A week ago (September 8, 2014) we looked at Energy Information Administration (EIA) supply/demand data for the Gulf Coast Petroleum Administration for Defense District (PADD) III. Our analysis highlighted the dramatic changes since 2011 to the sources of crude oil for PADD III refineries that make up 50 percent of the nation’s processing capacity. Today we present a Gulf Coast crude supply demand forecast out to 2019 based on our assumptions about production, imports and refinery capacity as well as exports and movements in and out of PADD III.
The previous blog in this two part series presented a historical view of the PADD III supply/demand balance based on monthly data from the EIA that was last updated for June 2014 (on September 2, 2014). EIA capture most of the crude data relevant to this balancing exercise with the exception of crude movements into and out of PADD III by rail. Rail movements have increased over the past 3 years significantly, but we don’t know of an accurate source for this rail data. In today’s analysis we build out a forecast to 2019 (see Figure #1 below) and discuss the assumptions and factors that influence the model. Like any forecast, ours is guaranteed to be wrong. However, the exercise is useful because it helps our understanding of the factors most likely to impact the crude supply/demand situation in the months and years ahead. Many of these factors were also discussed in our recent blog about the RBN Energy and Turner Mason & Company “Surviving the Flood” conference in Houston (see Here Comes The Reckoning Day).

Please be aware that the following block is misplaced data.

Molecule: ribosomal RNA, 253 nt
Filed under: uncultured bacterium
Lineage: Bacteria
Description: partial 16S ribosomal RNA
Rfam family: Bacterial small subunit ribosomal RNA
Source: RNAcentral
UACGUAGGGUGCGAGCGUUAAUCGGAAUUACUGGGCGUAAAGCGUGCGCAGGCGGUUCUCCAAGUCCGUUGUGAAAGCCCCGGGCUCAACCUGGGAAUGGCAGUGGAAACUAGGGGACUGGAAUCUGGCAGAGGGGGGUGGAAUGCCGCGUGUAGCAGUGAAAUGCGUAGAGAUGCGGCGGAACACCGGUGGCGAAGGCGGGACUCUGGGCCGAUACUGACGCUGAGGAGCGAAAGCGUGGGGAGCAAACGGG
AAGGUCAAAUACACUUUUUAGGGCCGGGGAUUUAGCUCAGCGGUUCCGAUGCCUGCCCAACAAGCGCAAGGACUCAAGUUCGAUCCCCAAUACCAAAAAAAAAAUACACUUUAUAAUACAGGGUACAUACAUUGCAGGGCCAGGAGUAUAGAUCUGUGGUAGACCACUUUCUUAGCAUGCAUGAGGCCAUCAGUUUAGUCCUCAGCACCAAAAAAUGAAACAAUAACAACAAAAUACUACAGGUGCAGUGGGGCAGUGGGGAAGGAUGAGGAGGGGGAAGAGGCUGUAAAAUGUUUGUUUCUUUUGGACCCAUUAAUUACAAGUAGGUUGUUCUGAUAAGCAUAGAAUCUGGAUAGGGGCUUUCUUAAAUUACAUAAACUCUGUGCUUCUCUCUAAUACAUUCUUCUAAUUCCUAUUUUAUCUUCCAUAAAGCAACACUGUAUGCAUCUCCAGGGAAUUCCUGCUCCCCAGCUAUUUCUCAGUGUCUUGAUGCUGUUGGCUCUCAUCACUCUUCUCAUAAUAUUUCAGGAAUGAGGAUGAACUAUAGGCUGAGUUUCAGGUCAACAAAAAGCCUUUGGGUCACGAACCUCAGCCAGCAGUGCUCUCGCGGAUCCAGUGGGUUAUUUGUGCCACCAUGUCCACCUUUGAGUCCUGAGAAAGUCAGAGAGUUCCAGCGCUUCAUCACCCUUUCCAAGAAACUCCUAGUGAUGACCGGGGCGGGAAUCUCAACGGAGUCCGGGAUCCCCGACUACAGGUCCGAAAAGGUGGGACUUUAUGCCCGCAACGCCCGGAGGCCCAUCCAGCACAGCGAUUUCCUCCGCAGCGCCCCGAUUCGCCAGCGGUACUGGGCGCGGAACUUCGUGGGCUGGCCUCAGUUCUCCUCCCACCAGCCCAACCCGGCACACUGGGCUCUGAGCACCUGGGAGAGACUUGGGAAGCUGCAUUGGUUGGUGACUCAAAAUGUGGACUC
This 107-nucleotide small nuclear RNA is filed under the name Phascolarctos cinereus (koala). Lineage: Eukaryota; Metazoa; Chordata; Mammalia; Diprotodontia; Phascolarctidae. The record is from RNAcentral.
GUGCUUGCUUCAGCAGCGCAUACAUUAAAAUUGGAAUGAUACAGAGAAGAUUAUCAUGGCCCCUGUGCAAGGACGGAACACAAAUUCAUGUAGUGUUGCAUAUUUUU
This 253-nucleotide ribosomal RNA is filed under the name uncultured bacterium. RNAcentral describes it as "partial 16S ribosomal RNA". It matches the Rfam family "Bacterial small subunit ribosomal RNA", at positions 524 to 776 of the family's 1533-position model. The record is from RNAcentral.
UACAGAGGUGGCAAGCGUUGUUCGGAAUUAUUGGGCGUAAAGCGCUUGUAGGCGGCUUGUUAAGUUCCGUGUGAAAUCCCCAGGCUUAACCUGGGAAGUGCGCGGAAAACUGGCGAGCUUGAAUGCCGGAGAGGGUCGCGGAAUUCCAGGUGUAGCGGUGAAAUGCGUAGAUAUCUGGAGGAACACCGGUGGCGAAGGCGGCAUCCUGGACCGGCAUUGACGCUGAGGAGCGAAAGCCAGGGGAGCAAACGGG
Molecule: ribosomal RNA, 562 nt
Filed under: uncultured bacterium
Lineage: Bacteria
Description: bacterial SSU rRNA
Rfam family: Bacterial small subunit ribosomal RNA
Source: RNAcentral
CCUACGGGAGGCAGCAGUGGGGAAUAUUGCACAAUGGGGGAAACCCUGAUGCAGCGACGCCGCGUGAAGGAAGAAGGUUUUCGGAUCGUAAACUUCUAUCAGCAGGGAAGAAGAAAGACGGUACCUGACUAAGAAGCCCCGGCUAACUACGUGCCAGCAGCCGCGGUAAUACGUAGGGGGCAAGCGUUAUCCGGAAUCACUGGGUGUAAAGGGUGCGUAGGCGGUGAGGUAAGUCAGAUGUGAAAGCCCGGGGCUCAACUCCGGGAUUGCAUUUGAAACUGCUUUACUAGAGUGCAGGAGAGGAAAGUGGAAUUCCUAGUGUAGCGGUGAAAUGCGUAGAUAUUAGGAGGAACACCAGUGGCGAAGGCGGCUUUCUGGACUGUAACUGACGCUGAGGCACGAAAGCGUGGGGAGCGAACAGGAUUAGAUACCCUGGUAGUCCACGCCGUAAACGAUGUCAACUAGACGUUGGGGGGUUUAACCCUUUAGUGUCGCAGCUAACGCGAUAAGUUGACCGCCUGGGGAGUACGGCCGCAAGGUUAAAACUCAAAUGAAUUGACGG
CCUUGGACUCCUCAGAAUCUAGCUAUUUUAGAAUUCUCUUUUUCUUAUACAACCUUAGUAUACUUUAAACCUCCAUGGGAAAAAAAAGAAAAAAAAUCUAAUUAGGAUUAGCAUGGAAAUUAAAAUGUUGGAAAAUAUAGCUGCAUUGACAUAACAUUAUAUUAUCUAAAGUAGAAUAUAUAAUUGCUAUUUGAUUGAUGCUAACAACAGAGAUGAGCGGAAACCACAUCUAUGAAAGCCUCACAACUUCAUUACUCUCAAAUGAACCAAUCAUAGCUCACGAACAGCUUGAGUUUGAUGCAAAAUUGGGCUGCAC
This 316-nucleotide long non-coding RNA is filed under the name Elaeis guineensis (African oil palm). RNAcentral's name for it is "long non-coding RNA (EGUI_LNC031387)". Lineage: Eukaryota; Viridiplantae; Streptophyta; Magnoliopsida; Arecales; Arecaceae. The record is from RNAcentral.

Figure #1 below is a graphical representation of our PADD III crude oil supply/demand forecast out to 2019. The forecast starts where the historical chart in Episode 1 ended – in June 2014 but we have included the history for reference (the black dotted line is the dividing point). We used the same chart legend as before – recall that the chart is divided into supply variables represented by stacked shaded areas and demand variables represented by stacked lines. There is one major difference between the history and the forecast and that is the role of inventory, which we explain next.
Role of Inventory
In the historical data between 2011 and June 2014, supply and demand do not balance exactly with demand being nearly always higher than supply (green line above the light blue shaded area). That gap between demand and supply is accounted for by movement of crude oil into or out of PADD III inventory as well as supplies that are not tracked such as inbound rail movements. In the forecast, the role of inventory is harder to model with any degree of accuracy, so we just include inventory changes with crude transfers into PADD III. And as we will explain, crude transfers become the balancing factor between demand and supply.
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